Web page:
Where the rest of the alphabet would go, I’m not so sure, but those first three letters reflect my experience working on Gravity and Grace: Monumental Works by El Anatsui, the retrospective exhibition at the Brooklyn Museum.  Every show in every museum takes a dedicated team to pull it off, of course, but I’m taking this digital moment to highlight what’s been a particularly wonderful example of cross-departmental cooperation, which isn’t an easy thing, especially in a mid- or large-size institution.  In this case, it led to a variety of ways to engage with the exhibition that ultimately (I hope) makes the show a great experience for our visitors.

We have a downloadable Teaching Resource for teachers who want to bring their students to see the show.  We hosted a conversation between El Anatsui himself, Susan Vogel (filmmaker and author of El Anatsui: Art and Life), and Kevin Dumouchelle (the museum’s Associate Curator for the Arts of Africa and the Pacific Islands and curator of this show in its Brooklyn presentation):

We have an in-gallery hands-on activity inviting visitors to use paper and twist ties to imitate some of the folds Anatsui and his assistants use to create his massive metal artworks (more on that in a bit).  We have iPad kiosks that solicit visitor responses to the art on display using video questions posed by museum staff.  We have QR Codes to scan for those seeking further context.  And that’s in addition to our array of tours, workshops, and art-making classes designed for families, students, and adults.  So many options for engagement!

So how did all this come about, and what made it so collaborative?

PaperFolding
Photo by Rachel Ropeik

My part in it started when I took on the role of Project Educator for the show.  The Education staff here divvies up a given year’s roster of special exhibitions to assign a Project Educator or two to each show.  These folks represent Education’s voice in interdepartmental meetings and help shape education programming during the show’s run.

From the get-go, Kevin generously shared his knowledge, thoughts, and time with me and Matthew Branch, my fellow Project Educator.  For Kevin, the collaboration inspiration started even earlier in the process: with Anatsui himself.  “The work is so open ended,” Kevin says.  “There was a real possibility for thinking big and thinking of options that we might have been a little bit more cautious about if we had more specific instructions from the artist.”

While some artists provide detailed notes for how their pieces should be installed, Anatsui likes to leave it up to the team at each location.  “That filtered down to every aspect of the show,” Kevin adds.  “Which made it a lot of fun.”  Take a peek at this time-lapse video of the show’s installation. As you can see from the art handlers, designers, and conservators involved, it took a team to get the show up.  Not to mention Robert Nardi in our Technology department, who made this video to share with the internet at large:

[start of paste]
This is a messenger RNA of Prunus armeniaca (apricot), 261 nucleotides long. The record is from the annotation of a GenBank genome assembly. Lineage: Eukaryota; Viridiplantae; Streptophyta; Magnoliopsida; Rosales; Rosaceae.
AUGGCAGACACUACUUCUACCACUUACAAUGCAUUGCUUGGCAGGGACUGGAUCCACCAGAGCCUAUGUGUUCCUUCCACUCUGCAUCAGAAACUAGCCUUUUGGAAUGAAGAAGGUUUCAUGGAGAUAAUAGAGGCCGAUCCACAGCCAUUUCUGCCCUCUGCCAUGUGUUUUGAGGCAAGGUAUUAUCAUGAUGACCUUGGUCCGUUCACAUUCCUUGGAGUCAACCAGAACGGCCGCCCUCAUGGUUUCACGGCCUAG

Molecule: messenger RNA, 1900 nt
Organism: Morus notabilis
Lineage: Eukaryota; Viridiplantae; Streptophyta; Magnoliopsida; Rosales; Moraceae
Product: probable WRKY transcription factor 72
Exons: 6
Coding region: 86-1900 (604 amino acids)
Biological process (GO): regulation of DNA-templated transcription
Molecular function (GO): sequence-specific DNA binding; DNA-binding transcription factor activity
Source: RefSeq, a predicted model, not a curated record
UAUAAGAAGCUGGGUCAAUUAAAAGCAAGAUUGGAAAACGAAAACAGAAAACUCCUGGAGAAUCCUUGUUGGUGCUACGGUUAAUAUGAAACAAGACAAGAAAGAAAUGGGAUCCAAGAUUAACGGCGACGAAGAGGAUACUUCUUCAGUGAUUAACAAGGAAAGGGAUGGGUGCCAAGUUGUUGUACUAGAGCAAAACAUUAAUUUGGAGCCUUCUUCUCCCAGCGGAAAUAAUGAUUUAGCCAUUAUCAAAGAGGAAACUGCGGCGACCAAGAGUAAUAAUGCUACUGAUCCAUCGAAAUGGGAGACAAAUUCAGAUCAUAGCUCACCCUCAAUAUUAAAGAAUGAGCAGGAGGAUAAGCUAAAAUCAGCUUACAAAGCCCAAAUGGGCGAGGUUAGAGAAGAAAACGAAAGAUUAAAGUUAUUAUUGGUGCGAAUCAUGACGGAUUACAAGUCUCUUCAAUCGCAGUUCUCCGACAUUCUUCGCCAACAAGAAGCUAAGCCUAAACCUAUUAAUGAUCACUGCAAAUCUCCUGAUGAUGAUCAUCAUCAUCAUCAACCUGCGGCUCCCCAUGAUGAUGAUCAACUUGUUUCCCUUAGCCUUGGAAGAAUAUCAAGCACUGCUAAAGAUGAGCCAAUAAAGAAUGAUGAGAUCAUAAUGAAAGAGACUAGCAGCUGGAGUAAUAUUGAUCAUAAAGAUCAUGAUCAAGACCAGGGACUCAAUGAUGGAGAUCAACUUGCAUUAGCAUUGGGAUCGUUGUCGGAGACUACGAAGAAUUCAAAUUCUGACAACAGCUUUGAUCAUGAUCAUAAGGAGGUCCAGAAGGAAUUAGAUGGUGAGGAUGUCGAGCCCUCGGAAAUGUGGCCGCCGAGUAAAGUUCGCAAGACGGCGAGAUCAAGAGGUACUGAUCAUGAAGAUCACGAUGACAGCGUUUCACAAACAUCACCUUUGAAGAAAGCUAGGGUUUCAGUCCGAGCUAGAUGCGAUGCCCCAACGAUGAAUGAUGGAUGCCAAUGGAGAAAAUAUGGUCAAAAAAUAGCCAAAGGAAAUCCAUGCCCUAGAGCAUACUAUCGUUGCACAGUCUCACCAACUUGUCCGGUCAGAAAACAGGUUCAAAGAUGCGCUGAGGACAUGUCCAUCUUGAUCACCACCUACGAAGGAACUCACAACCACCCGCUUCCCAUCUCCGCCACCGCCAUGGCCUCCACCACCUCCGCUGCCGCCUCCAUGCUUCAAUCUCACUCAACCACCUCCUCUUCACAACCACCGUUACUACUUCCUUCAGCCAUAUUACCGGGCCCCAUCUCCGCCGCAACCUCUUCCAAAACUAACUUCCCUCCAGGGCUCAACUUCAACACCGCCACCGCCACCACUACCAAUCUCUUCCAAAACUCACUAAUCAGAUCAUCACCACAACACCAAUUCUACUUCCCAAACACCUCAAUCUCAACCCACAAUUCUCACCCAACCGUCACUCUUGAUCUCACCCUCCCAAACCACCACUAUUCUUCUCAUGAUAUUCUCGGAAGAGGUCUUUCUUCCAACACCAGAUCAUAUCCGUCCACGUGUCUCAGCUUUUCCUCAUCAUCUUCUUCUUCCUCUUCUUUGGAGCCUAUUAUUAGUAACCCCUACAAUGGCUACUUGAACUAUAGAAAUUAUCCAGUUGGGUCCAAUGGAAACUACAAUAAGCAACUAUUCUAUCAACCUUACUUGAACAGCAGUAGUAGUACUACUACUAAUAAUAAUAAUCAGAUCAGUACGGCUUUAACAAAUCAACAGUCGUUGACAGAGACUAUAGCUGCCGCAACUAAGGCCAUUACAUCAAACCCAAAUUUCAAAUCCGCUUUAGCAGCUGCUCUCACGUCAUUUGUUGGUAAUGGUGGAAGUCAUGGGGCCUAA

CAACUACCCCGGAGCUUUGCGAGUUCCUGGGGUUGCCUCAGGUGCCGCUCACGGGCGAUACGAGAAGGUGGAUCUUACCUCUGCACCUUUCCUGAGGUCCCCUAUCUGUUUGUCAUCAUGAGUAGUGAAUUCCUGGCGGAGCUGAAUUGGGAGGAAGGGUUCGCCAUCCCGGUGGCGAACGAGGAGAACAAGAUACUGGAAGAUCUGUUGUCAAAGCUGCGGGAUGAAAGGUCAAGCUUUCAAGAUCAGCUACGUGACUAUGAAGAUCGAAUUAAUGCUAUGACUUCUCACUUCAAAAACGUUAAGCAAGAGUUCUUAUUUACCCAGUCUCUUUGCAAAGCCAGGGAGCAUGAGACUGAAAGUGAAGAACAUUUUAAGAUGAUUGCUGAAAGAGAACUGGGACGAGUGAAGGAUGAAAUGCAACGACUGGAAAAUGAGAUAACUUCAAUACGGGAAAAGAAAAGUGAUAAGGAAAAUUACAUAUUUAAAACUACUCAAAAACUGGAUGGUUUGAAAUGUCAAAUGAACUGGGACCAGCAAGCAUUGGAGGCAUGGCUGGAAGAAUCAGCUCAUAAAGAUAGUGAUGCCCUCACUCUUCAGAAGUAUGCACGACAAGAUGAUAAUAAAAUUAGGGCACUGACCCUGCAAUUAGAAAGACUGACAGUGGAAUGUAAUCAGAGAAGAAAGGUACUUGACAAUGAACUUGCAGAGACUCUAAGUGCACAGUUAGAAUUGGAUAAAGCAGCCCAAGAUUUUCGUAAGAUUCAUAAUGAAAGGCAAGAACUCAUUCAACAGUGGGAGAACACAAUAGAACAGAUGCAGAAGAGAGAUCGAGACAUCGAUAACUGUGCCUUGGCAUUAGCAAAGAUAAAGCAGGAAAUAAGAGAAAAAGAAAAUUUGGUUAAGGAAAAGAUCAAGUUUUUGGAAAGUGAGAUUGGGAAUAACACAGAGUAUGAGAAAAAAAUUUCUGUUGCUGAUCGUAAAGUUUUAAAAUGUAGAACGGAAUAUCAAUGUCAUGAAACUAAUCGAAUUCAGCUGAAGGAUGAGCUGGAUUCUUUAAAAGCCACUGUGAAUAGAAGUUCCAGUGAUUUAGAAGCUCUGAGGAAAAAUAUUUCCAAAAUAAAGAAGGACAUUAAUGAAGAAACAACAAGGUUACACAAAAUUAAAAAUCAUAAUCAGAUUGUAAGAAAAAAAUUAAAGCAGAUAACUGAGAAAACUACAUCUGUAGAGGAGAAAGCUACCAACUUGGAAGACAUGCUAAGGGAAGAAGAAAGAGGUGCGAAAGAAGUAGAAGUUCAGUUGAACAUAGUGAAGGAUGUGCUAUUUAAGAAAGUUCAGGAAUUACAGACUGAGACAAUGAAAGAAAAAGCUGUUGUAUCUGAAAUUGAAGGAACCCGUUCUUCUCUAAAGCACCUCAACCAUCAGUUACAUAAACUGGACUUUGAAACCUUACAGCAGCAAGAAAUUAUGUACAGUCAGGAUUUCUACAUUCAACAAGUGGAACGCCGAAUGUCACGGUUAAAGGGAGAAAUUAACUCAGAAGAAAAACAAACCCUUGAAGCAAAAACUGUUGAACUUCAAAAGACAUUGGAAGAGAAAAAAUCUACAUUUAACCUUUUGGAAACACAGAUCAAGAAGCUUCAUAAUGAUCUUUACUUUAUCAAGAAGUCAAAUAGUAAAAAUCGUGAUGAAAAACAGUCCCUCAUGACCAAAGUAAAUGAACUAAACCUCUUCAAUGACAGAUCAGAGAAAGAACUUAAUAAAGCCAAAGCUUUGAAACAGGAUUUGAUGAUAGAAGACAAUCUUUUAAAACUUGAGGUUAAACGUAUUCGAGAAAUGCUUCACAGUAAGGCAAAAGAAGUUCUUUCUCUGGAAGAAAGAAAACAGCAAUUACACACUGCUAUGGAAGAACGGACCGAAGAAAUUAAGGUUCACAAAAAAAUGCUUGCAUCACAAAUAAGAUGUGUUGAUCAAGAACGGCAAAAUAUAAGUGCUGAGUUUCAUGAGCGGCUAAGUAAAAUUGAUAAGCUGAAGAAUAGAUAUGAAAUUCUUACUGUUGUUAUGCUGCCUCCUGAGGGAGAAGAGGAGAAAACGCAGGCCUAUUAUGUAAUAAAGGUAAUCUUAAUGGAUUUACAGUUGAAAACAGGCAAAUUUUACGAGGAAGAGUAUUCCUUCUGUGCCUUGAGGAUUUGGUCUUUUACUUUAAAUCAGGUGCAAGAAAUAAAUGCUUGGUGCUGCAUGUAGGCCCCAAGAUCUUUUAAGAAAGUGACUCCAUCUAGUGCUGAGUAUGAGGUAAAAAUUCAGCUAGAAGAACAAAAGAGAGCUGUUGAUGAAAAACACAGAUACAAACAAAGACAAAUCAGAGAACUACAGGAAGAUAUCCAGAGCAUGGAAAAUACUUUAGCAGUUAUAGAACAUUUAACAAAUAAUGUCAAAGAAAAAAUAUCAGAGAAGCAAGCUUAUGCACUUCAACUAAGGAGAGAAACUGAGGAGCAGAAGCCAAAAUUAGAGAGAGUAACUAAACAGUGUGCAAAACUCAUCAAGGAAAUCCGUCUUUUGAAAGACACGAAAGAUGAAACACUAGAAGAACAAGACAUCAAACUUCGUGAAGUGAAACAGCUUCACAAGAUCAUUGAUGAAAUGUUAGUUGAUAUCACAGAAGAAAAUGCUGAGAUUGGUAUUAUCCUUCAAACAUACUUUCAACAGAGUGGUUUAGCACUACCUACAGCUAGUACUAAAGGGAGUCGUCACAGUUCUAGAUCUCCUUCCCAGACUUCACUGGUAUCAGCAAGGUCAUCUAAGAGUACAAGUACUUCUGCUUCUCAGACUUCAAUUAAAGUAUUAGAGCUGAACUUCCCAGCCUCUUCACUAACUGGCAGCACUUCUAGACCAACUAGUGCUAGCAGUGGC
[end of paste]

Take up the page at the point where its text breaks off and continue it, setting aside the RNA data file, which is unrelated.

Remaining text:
Go, team, go!

Adding her enthusiasm and creativity to the mix was Sara Devine, the museum’s Manager of Interpretive Materials, who made sure we had a hands-on activity in an exhibition full of objects that, oh man, do you ever want to touch.  We can’t touch the art, but thanks to Sara’s input, we can do our own tactile experimentation.  Physically embodied engagement?  Check. Multimodal sensory inputs?  Check.  Music to the ears of any art educator.

iPadScreenshot
Photo by Rachel Ropeik

Sara also enlisted representatives from our curatorial and education staff (and, again, Technology’s cooperation) to record several 30-second video clips that ask visitors questions about the exhibition and invite them to enter their responses on iPads throughout the galleries.

All in all, it’s an exhibition that offers visitors a range of ways of interacting, and it could only have been done by creative interdepartmental teamwork. As Sara states:

“I know it sounds pretty obvious, but what allowed this exhibition to be a good example of cross-departmental collaboration was an ongoing and open line of communication, which is surprisingly rare. I think we all very easily get caught up in our own part of the process and forget to reach out, ask for input, and keep others informed. We all made a conscious effort to communicate and I believe that is the biggest reason our collaboration was so successful.”

I couldn’t have said it better.  This opening up of the closed doors–be they metaphorical or literal–between departments is a way many museums approach (or are starting to approach) their work, and it’s an exciting prospect to look forward to.  In Mike Murawski’s recent post about the Museum Education Division sessions at this year’s NAEA Convention, he noted that we’re in “a moment when many major museums are re-imagining (and, in some cases, totally disrupting) the traditional relationships between education and curatorial.”  Sure, it may be testing uncharted waters, but when it works (as it has with Gravity and Grace), it can produce amazing results.

How have you worked to open lines of communications across departments at your institution?  Join the conversation below, and share some of the best collaborations you have been involved with.